It isnt an enjoyable movie for me mainly becuase i jst just dont get it.
I dont really enjoy watching a bunch of layabouts getting wasted on drugs so i just find these extremely boring.
Super Reviewer
½ May 27, 2011
A surrealist portrait, characters lost and visually innovative, a ride to a psychdelic, coloful and Las Vegas from Hunter S. Thompson. Fear and Loathing is great. Fresh.
Super Reviewer
March 22, 2011
A puzzlingly misguided - but also visually trippy - exercise with rather uninspired performances from the cast.
Super Reviewer
October 19, 2007
It's visually unbelievable and quite funny, but everything is so redundant and lacks humanity that I went from being completely astonished to being completely dazed (not in a good way) and ended up not caring at all about what I was watching.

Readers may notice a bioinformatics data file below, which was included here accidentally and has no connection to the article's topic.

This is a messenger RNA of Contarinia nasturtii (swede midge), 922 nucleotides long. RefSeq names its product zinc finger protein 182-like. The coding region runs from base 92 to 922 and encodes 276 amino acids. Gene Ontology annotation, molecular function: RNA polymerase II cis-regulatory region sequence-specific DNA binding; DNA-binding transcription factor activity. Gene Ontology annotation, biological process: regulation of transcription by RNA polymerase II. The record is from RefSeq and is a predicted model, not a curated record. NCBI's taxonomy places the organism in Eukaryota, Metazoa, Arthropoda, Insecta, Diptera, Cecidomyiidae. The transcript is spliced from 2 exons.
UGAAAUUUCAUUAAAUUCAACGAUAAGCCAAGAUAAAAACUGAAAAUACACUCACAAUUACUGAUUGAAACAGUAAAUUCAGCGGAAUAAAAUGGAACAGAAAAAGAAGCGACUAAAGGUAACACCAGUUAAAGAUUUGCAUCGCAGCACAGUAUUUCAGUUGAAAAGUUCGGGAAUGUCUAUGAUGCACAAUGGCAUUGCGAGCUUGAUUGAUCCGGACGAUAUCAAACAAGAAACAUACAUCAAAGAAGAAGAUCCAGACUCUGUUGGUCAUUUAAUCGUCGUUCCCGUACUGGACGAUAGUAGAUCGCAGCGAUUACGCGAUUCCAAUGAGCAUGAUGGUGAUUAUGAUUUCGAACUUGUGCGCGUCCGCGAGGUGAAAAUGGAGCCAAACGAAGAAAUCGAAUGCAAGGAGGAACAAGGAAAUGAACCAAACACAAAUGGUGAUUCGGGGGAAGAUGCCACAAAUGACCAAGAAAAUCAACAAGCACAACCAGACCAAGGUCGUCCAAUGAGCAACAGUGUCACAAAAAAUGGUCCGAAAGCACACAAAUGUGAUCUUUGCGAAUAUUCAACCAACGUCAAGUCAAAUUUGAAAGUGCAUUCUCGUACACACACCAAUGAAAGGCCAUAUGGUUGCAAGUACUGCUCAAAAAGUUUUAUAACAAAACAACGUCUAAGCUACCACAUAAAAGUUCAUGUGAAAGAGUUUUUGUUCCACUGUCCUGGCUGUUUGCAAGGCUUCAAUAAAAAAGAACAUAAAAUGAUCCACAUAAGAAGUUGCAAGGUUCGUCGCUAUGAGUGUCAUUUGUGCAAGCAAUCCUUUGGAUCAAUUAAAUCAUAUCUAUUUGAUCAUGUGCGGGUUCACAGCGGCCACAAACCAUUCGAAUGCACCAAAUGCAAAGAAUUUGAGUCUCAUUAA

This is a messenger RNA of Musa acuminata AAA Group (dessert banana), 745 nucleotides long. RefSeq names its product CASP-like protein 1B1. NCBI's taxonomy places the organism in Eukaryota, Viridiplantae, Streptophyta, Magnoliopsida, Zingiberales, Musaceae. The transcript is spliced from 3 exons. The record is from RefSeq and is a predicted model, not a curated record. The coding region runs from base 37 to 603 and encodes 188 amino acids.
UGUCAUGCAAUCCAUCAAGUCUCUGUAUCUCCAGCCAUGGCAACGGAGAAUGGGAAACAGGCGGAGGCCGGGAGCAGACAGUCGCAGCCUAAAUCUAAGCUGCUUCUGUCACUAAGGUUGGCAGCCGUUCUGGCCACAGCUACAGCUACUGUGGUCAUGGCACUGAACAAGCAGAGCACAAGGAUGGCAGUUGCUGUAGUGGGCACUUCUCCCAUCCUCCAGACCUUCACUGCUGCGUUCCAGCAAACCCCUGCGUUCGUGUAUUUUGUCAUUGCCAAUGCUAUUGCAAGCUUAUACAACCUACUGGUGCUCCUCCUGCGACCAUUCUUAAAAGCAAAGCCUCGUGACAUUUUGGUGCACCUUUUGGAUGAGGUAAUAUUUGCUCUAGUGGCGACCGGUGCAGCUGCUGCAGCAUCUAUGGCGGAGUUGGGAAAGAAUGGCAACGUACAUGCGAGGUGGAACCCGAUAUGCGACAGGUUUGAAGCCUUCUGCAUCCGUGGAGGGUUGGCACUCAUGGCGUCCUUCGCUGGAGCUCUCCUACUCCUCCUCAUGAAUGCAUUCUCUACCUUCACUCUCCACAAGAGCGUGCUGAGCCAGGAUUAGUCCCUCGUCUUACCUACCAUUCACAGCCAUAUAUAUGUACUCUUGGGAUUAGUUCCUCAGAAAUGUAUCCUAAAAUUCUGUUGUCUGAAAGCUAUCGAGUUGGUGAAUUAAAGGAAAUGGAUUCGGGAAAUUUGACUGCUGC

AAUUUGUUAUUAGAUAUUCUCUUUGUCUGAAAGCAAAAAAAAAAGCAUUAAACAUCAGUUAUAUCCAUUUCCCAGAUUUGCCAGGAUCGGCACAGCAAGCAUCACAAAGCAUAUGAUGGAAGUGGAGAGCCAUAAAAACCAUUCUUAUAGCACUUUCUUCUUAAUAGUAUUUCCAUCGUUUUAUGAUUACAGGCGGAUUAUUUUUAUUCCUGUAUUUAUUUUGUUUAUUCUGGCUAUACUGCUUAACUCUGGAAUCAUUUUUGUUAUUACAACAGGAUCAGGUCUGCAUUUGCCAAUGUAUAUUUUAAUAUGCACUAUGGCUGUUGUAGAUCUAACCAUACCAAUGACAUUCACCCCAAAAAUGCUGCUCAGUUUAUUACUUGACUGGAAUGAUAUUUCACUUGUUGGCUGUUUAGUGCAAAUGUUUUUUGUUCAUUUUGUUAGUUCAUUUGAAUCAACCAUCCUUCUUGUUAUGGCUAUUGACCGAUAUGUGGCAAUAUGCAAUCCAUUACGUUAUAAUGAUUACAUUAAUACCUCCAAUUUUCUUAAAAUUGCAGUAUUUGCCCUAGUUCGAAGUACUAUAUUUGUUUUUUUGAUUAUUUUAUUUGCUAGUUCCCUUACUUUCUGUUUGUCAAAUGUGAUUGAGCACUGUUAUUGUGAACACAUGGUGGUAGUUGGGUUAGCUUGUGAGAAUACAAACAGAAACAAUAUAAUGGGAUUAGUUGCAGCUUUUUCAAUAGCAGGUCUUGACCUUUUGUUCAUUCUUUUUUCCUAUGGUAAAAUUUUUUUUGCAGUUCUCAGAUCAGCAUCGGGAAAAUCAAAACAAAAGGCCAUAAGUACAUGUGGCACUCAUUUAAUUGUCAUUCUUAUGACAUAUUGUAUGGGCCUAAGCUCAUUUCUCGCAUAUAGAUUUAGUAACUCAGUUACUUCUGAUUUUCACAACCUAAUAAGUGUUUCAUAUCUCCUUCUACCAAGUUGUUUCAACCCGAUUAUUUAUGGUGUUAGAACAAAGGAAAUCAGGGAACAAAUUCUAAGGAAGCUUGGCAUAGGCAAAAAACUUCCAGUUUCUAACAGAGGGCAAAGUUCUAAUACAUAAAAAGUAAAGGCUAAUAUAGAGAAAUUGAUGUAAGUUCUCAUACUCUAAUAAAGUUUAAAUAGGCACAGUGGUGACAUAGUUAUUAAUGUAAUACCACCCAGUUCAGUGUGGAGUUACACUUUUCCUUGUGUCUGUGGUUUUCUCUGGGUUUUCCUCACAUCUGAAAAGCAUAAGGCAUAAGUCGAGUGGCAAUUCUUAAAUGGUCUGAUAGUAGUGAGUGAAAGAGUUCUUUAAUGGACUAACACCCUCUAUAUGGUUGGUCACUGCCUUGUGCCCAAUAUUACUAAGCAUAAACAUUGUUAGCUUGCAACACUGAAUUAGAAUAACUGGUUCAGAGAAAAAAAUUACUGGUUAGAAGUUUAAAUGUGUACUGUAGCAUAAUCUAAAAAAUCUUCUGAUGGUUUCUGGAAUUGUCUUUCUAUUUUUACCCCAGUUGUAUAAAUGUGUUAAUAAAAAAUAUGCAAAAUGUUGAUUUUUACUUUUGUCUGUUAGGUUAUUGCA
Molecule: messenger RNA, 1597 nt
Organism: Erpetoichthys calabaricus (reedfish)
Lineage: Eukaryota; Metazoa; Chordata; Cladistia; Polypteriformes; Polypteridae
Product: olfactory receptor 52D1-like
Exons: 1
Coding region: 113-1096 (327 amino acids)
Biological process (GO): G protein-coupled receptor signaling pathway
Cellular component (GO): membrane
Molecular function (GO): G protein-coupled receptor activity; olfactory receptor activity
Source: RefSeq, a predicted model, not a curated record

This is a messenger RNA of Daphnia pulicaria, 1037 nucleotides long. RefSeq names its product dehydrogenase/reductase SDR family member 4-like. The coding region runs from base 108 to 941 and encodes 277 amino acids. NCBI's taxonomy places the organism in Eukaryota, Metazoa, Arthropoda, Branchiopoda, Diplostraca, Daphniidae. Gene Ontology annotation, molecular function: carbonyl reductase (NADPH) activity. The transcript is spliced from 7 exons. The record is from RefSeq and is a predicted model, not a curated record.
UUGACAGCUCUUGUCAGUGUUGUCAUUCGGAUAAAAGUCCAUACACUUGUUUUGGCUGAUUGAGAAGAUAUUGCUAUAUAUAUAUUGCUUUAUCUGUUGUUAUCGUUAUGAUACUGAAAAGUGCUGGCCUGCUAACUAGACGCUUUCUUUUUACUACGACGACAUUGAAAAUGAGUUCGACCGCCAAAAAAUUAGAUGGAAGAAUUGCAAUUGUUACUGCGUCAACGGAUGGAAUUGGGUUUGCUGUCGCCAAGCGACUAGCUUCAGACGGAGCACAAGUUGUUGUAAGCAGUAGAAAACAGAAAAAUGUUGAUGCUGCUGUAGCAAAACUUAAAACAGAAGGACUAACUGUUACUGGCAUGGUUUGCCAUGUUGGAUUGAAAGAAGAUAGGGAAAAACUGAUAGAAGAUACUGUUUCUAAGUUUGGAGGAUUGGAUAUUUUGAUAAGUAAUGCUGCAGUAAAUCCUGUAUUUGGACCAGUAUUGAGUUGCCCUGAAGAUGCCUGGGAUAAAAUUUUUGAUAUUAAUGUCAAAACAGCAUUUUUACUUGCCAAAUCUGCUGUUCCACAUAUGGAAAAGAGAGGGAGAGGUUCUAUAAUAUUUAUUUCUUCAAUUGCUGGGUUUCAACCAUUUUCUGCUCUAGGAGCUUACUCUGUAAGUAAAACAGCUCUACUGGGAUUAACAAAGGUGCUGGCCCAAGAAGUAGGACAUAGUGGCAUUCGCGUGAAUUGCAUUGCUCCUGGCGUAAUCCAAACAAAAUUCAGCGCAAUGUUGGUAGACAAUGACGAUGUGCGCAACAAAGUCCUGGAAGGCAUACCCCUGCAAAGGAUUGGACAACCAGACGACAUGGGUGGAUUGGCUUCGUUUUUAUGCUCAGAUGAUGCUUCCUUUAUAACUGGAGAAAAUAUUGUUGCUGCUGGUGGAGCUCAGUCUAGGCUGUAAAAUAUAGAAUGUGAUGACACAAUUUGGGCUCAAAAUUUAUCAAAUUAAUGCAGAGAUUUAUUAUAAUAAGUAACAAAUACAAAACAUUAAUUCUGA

Super Reviewer
½ January 8, 2011
I can't believe it. They did it. They faithfully adapted Fear and Loathing in Las Vegas into a film. Its one thing too simply base your movie off of a book, its another for the movie to be almost verbatim to the book. The result is something ultimately horrifying, a very VERY savage look at how insane people can get and what they'll do in the name of the American dream. But no matter how faithful a screenplay is, you need an actor to play the one, the only, Raoul Duke. Thankfully, Johnny Depp has nailed the part and is almost indistinguishable from Hunter S. Thompson (there's a very funny cameo that proves this point). Most people classify this as a dark comedy, I don't know if I would call it that, I don't know if you can really classify it as anything. There isn't a genre for pure insanity is there?
Page 1 of 1066